Venezuela’s opposition leader Juan Guaido said the Biden administration will back him as the country’s interim president through 2022, even as other nations abandon him and his support slips at home.
“The U.S. and allied countries reaffirmed for this year and next,” he told Bloomberg News after a press conference in Caracas on Monday when asked about foreign recognition.
Secretary of State Antony Blinken said in a statement Monday that the U.S. supports the Venezuelan opposition and Guaido, whom he referred to as interim president. Sunday’s regional elections, in which Nicolas Maduro’s government won a majority of seats, were flawed, he said.
The statement did not address the U.S. position on Guaido as of next year.
The U.S. and dozens of other countries threw their support behind Guaido, the president of the legislature, as the constitutional leader in January 2019, maintaining elections won by Maduro were fraudulent.
Yet, Maduro has kept firm control over the government and country. After stacking the electoral system in its favor, his socialist party further strengthened its position in the vote for governors and local officials Sunday.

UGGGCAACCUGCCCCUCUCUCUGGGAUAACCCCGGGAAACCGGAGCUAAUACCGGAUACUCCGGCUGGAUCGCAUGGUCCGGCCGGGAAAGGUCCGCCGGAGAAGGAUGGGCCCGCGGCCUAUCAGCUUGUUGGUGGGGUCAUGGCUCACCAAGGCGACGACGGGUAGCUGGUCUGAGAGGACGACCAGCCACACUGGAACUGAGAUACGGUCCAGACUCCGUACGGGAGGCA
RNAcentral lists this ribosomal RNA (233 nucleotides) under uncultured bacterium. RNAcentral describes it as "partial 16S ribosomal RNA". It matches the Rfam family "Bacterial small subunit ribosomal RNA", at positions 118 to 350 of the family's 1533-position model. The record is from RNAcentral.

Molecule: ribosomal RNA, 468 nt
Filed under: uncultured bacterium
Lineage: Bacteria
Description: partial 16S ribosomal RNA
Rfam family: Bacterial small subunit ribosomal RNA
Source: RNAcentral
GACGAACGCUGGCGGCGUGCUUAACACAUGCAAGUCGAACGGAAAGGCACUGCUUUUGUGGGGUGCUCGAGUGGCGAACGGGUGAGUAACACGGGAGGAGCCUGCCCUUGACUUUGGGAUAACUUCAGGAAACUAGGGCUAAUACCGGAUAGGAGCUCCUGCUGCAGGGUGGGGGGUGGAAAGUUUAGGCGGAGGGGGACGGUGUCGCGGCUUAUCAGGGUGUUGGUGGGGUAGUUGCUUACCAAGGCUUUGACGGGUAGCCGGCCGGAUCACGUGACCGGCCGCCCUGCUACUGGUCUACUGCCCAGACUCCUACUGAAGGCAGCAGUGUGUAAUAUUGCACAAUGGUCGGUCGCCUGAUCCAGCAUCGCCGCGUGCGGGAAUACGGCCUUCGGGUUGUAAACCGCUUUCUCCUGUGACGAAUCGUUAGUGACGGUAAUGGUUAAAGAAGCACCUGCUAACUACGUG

Even with the U.S. backing, Guaido would be left with a whittled-down number of supporters after the National Assembly’s legal mandate expires in January. Some Venezuelan political parties that rallied around him in 2019 are opposed to extending his term and foreign governments have been dropping their support, people with knowledge of the situation told Bloomberg last month.
Guaido, 38, who assumed the role as interim president in 2019, set up a shadow government, including parallel diplomatic missions, and took control of state-owned assets in foreign countries, including the U.S. oil refiner Citgo Holding Inc.
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